Diagnosis

Chronic Obstructive Pulmonary Disease (COPD)

Symptoms and history are often the first questions asked in diagnosing COPD.  Often shortness of breath has gradually progressed and can be ignored until a person is noticing it is impacting their day to day life. In addition to shortness of breath, other symptoms such as cough and sputum production may be present.  Your health care provider will also ask questions regarding family history, smoking history, occupational hazards, and history of pulmonary infections.

Diagnostic tests that aid in diagnosing COPD include:

  • Chest x-ray to look for damage to the lungs
  • Spirometry is the most reliable diagnostic test.  Multiple breathing maneuvers are performed to see how well air is passing in and out of the lungs.  Two of the most important values are FEV1 (how much air can be expelled from the lungs in one second of forced exhalation) and FVC (how much air can be expelled from the lungs in total). Many other values are also calculated which indicated the level of obstruction and if reversibility is present.
  • Pulmonary Function Testing includes spirometry, diffusion capacity (how well gases travel between the lungs and the pulmonary capillaries), and lung volumes.  This test is a more in depth version of spirometry.  Often this test is done once a COPD diagnosis has been confirmed.
  • Pulse oximetry is tested with a finger probe.  It is painless and measures oxygen saturation as a percentage.
  • Arterial Blood Gases (ABGs) are done usually after a low pulse oximetry reading or if there is concern about how well the lungs are moving oxygen and carbon dioxide in and out of the lungs.  An ABG is a blood test taken directly from an artery (usually in the wrist) and analyzed immediately.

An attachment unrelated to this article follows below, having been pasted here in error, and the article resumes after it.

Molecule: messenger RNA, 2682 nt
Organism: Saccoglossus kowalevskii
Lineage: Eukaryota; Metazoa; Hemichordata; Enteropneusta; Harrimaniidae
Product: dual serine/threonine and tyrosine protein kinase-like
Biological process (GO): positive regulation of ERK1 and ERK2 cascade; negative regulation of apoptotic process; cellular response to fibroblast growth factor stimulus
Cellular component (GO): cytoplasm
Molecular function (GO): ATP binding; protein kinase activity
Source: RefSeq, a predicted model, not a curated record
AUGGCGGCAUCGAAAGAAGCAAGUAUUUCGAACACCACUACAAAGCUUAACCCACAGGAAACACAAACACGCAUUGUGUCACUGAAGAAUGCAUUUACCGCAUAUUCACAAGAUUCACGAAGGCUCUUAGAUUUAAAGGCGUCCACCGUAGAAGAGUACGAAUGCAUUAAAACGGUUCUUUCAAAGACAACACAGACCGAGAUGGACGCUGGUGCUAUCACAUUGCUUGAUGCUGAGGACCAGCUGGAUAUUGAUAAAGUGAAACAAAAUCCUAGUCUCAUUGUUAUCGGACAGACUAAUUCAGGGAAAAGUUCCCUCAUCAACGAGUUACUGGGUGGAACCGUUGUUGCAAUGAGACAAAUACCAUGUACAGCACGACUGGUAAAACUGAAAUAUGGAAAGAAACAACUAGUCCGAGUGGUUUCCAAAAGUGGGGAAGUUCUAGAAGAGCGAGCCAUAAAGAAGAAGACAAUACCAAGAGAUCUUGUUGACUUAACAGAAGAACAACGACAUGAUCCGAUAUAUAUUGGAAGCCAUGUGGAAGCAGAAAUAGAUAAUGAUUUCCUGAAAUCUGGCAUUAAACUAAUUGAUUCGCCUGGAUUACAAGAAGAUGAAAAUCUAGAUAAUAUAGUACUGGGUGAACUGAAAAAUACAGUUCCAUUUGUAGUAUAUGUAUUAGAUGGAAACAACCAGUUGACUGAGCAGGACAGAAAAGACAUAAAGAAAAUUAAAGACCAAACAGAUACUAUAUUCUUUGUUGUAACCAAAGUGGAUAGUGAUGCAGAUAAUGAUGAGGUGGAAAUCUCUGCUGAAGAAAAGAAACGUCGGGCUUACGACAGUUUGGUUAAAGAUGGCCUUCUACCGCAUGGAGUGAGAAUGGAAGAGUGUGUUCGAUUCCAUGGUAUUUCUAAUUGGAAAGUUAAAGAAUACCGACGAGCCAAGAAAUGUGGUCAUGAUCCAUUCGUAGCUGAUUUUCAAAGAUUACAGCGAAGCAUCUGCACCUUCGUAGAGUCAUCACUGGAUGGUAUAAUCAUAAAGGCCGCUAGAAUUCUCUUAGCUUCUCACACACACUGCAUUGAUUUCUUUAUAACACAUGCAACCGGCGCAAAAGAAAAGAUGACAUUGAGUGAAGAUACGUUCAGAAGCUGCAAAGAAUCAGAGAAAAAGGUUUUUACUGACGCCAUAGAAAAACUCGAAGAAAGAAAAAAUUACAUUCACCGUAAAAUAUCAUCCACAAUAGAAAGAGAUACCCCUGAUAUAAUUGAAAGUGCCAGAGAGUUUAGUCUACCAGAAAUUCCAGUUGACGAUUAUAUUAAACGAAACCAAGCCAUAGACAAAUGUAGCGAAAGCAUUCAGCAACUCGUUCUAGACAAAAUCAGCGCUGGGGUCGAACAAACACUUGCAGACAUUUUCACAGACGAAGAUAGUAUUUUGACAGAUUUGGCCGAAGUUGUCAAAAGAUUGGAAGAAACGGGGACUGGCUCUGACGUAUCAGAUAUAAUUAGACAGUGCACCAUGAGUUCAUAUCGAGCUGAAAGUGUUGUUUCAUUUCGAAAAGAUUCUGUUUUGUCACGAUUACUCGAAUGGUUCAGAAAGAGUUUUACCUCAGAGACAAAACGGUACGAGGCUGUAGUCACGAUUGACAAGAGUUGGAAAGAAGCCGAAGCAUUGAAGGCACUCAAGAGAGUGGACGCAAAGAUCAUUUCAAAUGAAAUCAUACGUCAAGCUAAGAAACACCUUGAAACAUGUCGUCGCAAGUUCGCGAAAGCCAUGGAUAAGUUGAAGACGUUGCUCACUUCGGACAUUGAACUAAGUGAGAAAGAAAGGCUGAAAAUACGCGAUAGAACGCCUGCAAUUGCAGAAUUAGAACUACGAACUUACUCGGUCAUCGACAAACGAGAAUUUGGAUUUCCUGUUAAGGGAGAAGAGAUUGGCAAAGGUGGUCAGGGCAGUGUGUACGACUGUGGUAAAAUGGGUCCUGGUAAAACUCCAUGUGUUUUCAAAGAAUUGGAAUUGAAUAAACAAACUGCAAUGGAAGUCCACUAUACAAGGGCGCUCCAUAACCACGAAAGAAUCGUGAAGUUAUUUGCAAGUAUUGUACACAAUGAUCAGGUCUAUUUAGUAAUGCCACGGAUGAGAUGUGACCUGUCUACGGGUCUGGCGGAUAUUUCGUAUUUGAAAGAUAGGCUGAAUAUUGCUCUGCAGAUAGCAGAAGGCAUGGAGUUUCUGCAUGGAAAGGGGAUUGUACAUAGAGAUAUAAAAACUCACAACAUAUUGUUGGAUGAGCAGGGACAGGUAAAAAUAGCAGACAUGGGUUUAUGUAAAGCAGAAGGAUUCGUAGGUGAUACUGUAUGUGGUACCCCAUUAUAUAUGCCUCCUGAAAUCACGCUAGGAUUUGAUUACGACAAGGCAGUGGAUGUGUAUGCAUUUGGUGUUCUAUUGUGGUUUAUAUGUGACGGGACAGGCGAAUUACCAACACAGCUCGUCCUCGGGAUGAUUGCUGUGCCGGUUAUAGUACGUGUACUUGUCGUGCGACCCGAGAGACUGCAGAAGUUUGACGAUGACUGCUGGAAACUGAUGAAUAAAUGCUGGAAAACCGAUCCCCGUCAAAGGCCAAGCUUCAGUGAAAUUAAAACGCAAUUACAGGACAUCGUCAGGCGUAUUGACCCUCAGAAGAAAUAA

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ASTHMA

The diagnosis of asthma is based on symptoms such as wheezing, cough, and shortness of breath. Also, family history of asthma and/or a history of allergies will be of interest. The next step in diagnosis is spirometry testing.  Spirometry is the gold standard in diagnosing asthma.  In spirometry multiple breathing maneuvers are performed to see how well air is passing in and out of the lungs.  Two of the most important values are FEV1 (how much air can be expelled from the lungs in one second of a forced exhalation) and FVC (how much air can be expelled from the lungs in total). Many other values are also measured or calculated which help in diagnosis and indicate reversibility.

 

Where can I go for testing?

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